Friday, September 21, 2012

Pin 134

Original Pin:
Pinned Image

I love the posts over at makeit-love it because they always have great, easy to follow tutorials. I recently came into a serger. I have been interested in learning them and I acquired the family hand-me-down serger from my sister about a month ago. I remember when my mother bought this machine when I was a child. I am going to guess it is somewhere in the range of 20-23 years old now. I remember going down with her and buying fabric from some warehouse to make a whole new summer wardrobe for us. I picked green and white stripes. We were going for the units look.

 Now, I'll be honest here--it sat in the box for a few weeks before I even thought about getting it out. I wasn't quite sure where to start--project wise. This tutorial I had pinned a while back was a good confidence booster. So I decided to start by just learning how to thread the monster.

Here she is, still boxed.
 Something here I would like to draw you attention to is the beautiful teal prom dress on the side. I am drawn to this picture. There is a time in my past when I would have died to wear something like this!
Just look at that beauty. And the gloves!!
 And then I worried we might have an instructional problem when I saw this. Hmm. Sure hope there is a book in here.
 Luckily, there was. Looks complicated, but armed with my knowledge from makeit-loveit, I decided to dive right in.

And. . .  success! Well, I got it threaded like the picture at least. Now to see if it works. I grabbed some scrap out of my stash and started running it through to see if this beast was in working order. The first couple runs were not so smooth and my thread kept breaking. Here's the tricky part--I didn't know if the thread was breaking because I had threaded it wrong or if it was because the thread was old. A phone call to my mother revealed that the thread on this machine was the ORIGINAL thread!! Oh dear.

Turns out I also had one of the threads wrong. It went over when it should have gone under. Once I got that fixed and fuddled with the tension a little bit I had a pretty good seam going. Time to go to bed.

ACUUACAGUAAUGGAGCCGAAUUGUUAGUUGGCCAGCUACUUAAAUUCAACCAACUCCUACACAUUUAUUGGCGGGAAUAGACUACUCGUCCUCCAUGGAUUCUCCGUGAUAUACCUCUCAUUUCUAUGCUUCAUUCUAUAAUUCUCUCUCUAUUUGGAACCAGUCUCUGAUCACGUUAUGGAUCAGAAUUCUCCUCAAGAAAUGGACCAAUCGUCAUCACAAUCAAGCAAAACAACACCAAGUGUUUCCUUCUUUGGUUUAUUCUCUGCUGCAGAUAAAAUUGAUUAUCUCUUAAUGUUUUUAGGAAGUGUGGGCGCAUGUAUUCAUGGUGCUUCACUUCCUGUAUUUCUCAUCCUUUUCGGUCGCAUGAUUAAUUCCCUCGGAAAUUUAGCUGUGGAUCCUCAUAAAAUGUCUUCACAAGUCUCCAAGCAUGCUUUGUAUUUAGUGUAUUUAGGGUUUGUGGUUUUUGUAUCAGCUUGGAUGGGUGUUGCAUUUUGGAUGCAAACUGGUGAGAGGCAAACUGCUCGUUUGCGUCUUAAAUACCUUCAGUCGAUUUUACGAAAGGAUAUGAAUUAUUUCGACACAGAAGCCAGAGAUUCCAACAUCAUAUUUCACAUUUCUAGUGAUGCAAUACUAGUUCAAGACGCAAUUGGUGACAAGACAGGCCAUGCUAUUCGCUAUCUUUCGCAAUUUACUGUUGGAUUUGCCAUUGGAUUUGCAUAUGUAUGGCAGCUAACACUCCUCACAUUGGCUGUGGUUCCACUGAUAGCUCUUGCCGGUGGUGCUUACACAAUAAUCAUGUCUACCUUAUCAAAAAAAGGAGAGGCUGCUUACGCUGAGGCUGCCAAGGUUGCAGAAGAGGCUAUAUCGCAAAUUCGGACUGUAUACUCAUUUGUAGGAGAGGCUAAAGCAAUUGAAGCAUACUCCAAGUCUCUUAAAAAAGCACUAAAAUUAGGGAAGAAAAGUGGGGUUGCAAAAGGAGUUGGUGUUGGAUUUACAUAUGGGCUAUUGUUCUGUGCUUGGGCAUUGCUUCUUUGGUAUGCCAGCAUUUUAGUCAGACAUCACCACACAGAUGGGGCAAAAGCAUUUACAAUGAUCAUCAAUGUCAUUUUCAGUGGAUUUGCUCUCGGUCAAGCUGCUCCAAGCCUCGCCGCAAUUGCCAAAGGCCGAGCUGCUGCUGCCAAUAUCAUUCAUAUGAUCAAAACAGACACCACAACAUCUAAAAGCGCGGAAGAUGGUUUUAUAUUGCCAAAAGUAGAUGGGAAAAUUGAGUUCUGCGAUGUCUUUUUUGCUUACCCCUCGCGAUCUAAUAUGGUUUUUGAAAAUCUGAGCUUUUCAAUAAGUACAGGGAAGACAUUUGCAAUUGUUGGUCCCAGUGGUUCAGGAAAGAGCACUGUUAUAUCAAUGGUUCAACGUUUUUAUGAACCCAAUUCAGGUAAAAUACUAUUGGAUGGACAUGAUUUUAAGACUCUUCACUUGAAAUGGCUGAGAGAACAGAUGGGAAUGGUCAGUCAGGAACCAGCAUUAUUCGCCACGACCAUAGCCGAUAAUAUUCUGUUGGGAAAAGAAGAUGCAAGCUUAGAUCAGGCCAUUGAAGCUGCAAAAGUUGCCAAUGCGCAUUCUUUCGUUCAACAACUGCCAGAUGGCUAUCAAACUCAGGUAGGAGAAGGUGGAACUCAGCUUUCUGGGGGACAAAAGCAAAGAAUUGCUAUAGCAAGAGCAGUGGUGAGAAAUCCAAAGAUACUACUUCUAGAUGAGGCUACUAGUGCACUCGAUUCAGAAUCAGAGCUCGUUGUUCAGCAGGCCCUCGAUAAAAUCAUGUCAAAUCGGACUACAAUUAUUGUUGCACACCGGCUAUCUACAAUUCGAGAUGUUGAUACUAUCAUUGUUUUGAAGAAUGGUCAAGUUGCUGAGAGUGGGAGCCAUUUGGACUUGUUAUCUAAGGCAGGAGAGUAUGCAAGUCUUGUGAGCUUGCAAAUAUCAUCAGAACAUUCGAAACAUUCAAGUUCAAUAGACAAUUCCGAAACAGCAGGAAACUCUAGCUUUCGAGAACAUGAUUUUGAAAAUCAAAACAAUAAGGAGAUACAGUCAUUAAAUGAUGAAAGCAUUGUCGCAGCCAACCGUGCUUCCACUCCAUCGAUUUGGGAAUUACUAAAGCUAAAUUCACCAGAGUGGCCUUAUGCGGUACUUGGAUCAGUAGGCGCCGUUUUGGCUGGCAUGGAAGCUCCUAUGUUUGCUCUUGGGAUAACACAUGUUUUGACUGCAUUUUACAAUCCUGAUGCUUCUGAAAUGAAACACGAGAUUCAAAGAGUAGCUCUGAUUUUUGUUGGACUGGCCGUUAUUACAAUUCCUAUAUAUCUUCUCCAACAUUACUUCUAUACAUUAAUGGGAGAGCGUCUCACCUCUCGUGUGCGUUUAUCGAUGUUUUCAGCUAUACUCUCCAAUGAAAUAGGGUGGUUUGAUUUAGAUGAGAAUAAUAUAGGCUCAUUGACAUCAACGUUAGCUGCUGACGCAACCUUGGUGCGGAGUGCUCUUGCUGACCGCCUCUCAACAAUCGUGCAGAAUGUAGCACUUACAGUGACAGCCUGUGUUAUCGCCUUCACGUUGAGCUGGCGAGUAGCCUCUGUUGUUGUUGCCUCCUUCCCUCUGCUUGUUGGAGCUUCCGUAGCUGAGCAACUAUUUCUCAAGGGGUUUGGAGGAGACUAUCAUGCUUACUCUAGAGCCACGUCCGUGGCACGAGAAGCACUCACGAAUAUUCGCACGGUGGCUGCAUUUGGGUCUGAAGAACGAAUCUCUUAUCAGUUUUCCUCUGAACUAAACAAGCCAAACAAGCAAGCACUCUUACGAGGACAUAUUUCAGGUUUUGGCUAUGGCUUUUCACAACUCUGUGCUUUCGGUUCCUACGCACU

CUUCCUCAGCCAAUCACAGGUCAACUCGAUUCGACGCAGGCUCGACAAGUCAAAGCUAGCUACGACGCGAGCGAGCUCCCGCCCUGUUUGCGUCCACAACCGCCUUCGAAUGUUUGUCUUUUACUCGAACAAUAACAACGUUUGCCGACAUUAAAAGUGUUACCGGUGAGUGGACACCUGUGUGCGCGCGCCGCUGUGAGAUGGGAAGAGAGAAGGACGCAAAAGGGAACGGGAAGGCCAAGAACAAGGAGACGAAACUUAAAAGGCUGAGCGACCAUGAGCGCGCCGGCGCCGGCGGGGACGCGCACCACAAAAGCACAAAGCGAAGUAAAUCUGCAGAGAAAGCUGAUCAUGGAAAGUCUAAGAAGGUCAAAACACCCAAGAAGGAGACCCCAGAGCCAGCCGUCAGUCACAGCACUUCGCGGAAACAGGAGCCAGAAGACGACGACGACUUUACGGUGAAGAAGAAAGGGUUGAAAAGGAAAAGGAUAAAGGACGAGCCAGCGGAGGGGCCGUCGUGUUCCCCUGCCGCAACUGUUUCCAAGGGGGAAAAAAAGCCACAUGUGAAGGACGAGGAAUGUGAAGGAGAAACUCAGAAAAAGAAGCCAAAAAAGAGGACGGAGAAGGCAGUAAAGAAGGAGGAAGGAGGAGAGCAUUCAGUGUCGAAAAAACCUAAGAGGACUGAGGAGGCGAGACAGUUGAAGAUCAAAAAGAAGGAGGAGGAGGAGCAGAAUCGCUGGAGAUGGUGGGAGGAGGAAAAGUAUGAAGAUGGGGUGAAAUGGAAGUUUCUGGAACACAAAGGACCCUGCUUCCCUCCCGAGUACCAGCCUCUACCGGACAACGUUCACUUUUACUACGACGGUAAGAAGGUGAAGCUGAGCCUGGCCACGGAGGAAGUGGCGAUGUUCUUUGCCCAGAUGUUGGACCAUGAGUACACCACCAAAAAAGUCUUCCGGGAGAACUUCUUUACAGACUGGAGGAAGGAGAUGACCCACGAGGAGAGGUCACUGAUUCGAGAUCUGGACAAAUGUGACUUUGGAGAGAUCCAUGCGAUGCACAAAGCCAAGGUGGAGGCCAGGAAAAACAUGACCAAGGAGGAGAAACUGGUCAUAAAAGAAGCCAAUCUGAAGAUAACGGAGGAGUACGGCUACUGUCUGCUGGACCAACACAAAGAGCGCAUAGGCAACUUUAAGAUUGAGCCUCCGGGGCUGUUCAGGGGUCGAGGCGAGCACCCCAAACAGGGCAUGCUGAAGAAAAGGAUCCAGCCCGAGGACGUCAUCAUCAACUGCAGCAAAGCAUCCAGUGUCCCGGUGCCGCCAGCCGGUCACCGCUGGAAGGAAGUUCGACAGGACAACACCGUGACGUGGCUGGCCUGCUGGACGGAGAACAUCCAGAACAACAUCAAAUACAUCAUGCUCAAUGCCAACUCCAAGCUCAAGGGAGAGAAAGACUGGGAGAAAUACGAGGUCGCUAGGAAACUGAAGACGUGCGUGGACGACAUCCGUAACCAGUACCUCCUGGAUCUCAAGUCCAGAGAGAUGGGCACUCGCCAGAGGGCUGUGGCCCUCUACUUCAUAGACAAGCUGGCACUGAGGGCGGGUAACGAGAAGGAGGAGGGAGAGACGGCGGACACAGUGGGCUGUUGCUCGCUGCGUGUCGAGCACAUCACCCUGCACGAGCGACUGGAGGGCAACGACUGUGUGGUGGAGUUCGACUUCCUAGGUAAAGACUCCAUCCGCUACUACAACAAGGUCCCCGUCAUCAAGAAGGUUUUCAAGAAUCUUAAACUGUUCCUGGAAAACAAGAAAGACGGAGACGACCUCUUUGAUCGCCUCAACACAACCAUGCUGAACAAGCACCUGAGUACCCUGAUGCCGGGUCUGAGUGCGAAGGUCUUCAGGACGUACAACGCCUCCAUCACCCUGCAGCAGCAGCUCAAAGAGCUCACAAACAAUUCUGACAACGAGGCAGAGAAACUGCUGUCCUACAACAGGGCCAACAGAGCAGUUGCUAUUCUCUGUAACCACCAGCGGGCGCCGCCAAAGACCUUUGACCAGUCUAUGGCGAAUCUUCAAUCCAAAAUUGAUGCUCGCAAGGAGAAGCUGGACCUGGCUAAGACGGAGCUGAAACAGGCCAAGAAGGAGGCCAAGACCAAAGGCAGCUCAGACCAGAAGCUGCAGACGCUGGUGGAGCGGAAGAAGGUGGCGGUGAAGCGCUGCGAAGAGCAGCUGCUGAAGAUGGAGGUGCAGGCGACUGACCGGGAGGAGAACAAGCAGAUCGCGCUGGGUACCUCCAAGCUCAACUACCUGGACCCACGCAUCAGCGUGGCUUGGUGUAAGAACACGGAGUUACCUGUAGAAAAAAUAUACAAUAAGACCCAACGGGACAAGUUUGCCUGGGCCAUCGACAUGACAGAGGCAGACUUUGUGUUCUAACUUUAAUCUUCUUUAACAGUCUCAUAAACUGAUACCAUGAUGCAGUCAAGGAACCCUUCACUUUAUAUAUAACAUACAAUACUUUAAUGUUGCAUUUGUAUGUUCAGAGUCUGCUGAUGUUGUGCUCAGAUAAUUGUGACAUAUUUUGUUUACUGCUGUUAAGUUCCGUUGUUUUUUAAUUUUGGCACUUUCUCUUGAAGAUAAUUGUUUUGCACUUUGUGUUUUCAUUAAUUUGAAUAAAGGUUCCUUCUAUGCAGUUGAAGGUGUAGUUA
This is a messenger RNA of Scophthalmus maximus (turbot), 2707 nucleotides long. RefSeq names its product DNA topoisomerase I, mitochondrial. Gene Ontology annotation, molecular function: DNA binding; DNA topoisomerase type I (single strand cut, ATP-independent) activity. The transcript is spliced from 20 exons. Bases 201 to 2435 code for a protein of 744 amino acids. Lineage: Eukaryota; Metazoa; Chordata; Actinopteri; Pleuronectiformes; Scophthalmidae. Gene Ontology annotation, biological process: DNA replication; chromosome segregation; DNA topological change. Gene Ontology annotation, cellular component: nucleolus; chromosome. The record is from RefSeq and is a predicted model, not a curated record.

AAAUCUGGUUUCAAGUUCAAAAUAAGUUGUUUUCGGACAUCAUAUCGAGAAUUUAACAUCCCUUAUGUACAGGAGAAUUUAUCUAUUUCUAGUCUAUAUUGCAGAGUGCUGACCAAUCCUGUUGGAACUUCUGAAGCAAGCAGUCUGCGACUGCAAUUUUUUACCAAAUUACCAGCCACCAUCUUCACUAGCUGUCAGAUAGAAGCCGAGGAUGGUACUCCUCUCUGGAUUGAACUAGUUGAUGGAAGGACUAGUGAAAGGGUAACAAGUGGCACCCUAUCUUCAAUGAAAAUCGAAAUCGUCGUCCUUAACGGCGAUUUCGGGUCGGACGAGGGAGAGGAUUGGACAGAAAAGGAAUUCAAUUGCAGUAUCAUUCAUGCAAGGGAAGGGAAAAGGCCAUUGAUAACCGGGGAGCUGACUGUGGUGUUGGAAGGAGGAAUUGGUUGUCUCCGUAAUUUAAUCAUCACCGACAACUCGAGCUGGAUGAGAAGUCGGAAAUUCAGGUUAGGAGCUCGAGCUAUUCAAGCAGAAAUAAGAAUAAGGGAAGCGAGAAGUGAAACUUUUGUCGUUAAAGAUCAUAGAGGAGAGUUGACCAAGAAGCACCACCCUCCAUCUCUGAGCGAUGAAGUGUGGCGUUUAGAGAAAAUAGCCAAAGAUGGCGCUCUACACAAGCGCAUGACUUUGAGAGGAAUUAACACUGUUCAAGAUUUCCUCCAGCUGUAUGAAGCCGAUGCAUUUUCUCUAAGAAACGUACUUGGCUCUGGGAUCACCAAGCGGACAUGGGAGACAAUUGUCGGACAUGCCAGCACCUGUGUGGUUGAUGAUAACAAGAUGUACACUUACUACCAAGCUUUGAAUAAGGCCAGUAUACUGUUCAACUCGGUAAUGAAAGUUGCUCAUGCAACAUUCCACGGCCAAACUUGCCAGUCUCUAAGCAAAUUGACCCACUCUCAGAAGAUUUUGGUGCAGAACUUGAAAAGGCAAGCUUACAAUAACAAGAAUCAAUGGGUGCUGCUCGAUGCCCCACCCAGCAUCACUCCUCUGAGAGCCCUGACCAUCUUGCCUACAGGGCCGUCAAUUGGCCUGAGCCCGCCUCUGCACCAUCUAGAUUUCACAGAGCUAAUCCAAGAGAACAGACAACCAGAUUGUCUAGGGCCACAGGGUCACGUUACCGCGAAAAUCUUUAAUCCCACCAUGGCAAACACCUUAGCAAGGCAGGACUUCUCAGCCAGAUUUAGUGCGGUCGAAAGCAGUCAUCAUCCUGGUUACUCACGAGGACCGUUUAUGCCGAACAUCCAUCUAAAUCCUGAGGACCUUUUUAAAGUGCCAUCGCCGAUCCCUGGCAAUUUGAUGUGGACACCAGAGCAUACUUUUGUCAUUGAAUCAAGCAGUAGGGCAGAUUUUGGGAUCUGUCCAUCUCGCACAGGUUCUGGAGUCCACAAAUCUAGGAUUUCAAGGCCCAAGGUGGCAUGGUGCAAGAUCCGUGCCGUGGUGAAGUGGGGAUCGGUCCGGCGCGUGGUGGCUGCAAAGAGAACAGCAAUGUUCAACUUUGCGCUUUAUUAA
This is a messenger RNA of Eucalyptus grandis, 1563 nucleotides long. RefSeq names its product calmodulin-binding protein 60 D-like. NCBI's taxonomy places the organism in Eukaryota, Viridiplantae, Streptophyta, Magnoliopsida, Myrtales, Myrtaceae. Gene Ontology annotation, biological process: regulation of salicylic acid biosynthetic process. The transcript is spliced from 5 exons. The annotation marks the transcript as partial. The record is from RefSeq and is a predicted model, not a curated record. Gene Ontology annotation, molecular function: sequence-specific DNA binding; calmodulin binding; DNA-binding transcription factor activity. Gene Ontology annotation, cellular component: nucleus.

Total cost: $0

Total time: 1 hour

Final verdict: The makeit-loveit post is fairly generic--as it should be because all machines are different. I couldn't have done it without the book I found in the bottom of the box.  But the most important thing about this pin was that it gave me some courage and motivation to get that serger out of the box and working.

Bonus: My first serger project

Thursday was crazy sock day at preschool. Izzy (as he is asking to be called today--its a pirate name) doesn't have any crazy socks. They just don't make lots of crazy socks for boys like they do for girls. I had bought some fun socks a the dollar store a while back because I thought they would make cute sock monkeys. Lucky for Izzy I hadn't actually got around to making sock monkeys because they were now going to be his crazy socks. But how to get ladies-sized socks to fit a 2 year old?

I thought about cutting them off at the heel and sewing a toe seam but I worried they would be too wide in the foot and be uncomfortable all day smushed in his shoe. I couldn't take them in width-wise because the I'd end up with a seam somewhere on the foot. That would be maddening to live with all day!

I started with the two crazy socks and then I dug up some little boy socks who had lost their match long ago.

I cut the foot off right above the heel. Putting right sides together, I pinned the top of the little sock to the bottom of the crazy sock. I serged them together, stretching the little sock evenly.

Here they are all sewn up!

He was really excited to see them in the morning. He loves the bright and colorful things!

However, when it was time to leave for school, he started to worry a little. I reassured him that all his friends and teachers would be wearing silly socks too, but it wasn't enough. So I dug out a matching pair from my craft stash and we went to school together.

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